AbbVie Wants Out Of Testosterone MDL Before Bellwethers

    AbbVie Inc. and Abbott Laboratories have asked an Illinois federal judge to let them out of a massive multidistrict litigation over the marketing and sale of testosterone gel products, arguing the consumers haven’t shown a connection between the drug and the alleged increased risk of heart attack and stroke.

  • February 22, 2017

    Baxter, Hospira Call Saline Price-Fixing Claims Illogical

    Baxter International Inc. and Hospira Inc. have each asked an Illinois federal court to dismiss an Alabama health care provider’s proposed antitrust class action alleging they conspired to fix the price of intravenous saline solution by using recalls to stage a shortage, with the former calling the allegations “pure fantasy.”

  • February 21, 2017

    Feds Seek 15 Mos. For Ill. Clerk Who Lied In Pay-To-Play Probe

    The federal government on Friday recommended that a former employee of an Illinois court clerk's office serve a 15-month prison sentence for lying under oath about allegations of pay-to-play hiring.

Expert Analysis

  • What Lawyers Can Learn From Kellyanne Conway

    Michelle Samuels

    Presidential adviser Kellyanne Conway's TV appearances provide some examples of what lawyers should and shouldn't do when speaking to the media, says Michelle Samuels, a vice president of public relations at Jaffe.

  • How States Might Challenge The OCC's Fintech Charter

    Brian G. Barrett

    Some state banking regulators see the Office of the Comptroller of the Currency's plan to create a new charter for financial technology companies as a direct threat to their existing authority. Litigation challenging the preemptive effect of the fintech charter would likely involve an interpretation of the limitations on the OCC’s statutory preemptive power, say attorneys with Eversheds Sutherland (US) LLP.

  • The Mistakes Lawyers Make When Copying And Pasting

    Robert D. Lang

    We all recognize that cutting or copying text from earlier works and pasting it into new documents saves attorneys time. However, with this increase in speed comes an increased risk of making, or not catching, errors, says Robert Lang of D’Amato & Lynch LLP.

  • When You Find Human Remains On Your Construction Site

    Richard S. Reizen

    Contractors often stumble upon artifacts, ancient burial grounds, cemeteries and human remains while in the midst of a construction project. The most important immediate action is to stop work, contact the authorities and preserve the remains and artifacts, say Richard Reizen and Daniel Crowley of Gould & Ratner LLP.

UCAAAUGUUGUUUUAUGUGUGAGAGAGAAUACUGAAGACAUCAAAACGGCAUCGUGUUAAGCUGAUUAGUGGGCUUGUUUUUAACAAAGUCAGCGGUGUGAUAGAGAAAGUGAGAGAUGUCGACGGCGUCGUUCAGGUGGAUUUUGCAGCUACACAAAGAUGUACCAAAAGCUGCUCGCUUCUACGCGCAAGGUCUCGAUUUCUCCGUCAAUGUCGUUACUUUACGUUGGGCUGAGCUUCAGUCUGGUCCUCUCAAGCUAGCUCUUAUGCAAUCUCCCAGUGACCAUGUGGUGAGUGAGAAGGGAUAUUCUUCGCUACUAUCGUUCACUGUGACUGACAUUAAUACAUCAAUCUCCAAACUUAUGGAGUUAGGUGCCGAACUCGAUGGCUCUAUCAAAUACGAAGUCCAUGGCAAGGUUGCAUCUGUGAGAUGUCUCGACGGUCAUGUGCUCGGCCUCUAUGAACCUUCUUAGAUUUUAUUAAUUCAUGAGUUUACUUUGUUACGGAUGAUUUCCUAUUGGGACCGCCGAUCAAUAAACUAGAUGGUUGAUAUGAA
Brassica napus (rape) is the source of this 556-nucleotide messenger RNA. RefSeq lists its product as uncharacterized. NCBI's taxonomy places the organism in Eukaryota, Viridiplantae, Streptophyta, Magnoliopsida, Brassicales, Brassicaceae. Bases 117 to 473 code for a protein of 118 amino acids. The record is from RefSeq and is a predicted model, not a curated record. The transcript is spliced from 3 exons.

• Opinion

    Calif. Court Gets Automatic Funding Disclosure Right

    Matthew D. Harrison

    Detractors of litigation funding have strained to characterize a recent decision from a California federal court as significant headway in their crusade against the litigation funding industry. However, in truth, this is a victory for both the industry and those in need of capital to bring meritorious claims against wrongdoers in an often prohibitively expensive legal system, say Matthew Harrison and Priya G. Pai of Bentham IMF.

  • Civil Litigation Outlook For 2017

    Reid Schar

    Several areas of civil litigation appear poised for growth this year, including securities class action activity, which could outpace even the significant 2016 levels, and trade secret litigation, which could see further growth in the coming year under the Defend Trade Secrets Act. Meanwhile, as companies increasingly face the specter of data breaches, several developments in 2017 could bring greater clarity to this area of the law... (continued)

  • Legal Pot Industry Bugged By Lack Of Pesticide Guidance

    Telisport W. Putsavage

    Marijuana cultivation suffers from the same pest and disease pressure as any large commercial greenhouse operation. However, the circumstance unique to this setting is that any use of a pesticide in the cultivation of marijuana is a violation of federal law, says Telisport Putsavage of Putsavage PLLC.

  • Illinois Biometrics Legislation Sets Trend

    Kathryn E. Deal

    Litigation under Illinois’ Biometric Information Privacy Act has included putative class actions against corporate defendants ranging from some of the largest social media and technology companies to a daycare center. Now the Connecticut, New Hampshire, Washington and Alaska legislatures have also proposed bills that would regulate the collection, retention and use of biometric data, say attorneys with Drinker Biddle & Reath LLP.

  • Debating Anti-Rebate And Inducement Laws In Washington

    Shawn Hanson

    Last month, the Washington state Senate introduced a bill that would amend its anti-rebate and inducement laws to allow insurers to offer free goods and services. Supporters argue that Washington is the only state in the country to force consumers to pay for technology that is free everywhere else, while opponents have expressed concern for fair competition, say Shawn Hanson and Crystal Roberts of Akin Gump Strauss Hauer & Feld LLP.

  • Trump’s Enviro Law Impact May Not Be What Many Anticipate

    Lester Sotsky

    Many posit a material decline in environmental enforcement and a retrenchment or reversal of environmental regulatory initiatives in the new Trump administration. We expect three concrete areas where activism and activity will be on the rise during this time, targeting a variety of environmental, public health and liability issues of considerable potential consequences, say Lester Sotsky and Andy Wang of Arnold & Porter Kaye Scholer LLP.